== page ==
An hour later, I was startled to receive a phone call from someone at CBC Radio in Sudbury. They knew me because I’d been writing for years the Window Seat column for The Sudbury Star, about the joys of constantly discovering more about Sudbury and especially on Manitoulin, where I had lived for a brief time in Kagawong. I loved Manitoulin and as a city gal, had kept making mistakes like putting my pickup in a frozen ditch on Boxing Day, constant learning how to live here as a former New York City-based travel agent and writer.
Also, since writing the column, I’d been interviewed often by dear Markus Schwabe on CBC, so they had my New York City phone number
“Bonnie, you’re our New Yorker who often visits Sudbury. Are you safe, and can we talk?”
It was pitiful as I continued to share, intermittently through the terrifying day, as we waited and watched billowing smoke darken our sunlit skies. On TV, we watched the fallen buildings with their now ugly girders and columns. Everyone, who could, rushed down to help.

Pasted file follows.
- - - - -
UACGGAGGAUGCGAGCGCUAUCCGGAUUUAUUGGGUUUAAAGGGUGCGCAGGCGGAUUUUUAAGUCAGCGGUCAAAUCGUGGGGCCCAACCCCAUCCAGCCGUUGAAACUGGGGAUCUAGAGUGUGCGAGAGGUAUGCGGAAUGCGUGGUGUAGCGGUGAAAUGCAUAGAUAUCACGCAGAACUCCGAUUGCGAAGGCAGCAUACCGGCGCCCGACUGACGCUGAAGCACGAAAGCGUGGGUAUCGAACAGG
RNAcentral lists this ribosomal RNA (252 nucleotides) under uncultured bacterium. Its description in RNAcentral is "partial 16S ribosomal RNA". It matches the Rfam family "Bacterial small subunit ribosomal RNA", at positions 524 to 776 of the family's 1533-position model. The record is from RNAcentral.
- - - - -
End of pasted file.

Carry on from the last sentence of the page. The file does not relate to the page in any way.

Just the night before, my friend Susan, who’d been to a fancy dinner the night before at Windows on The World was mortified…
Two miles away, in Murray Hill, away from “Ground Zero,” I simply shared the anguish hitting us, deepening my association with my cherished readers in Sudbury and on Manitoulin.
In the late afternoon, I couldn’t stay in. I had to move, walking out to Park Avenue to watch hundreds of people miserably trudge by, all in disbelief, many with shoes in their hands, since the subways had closed down. And the sun was shining.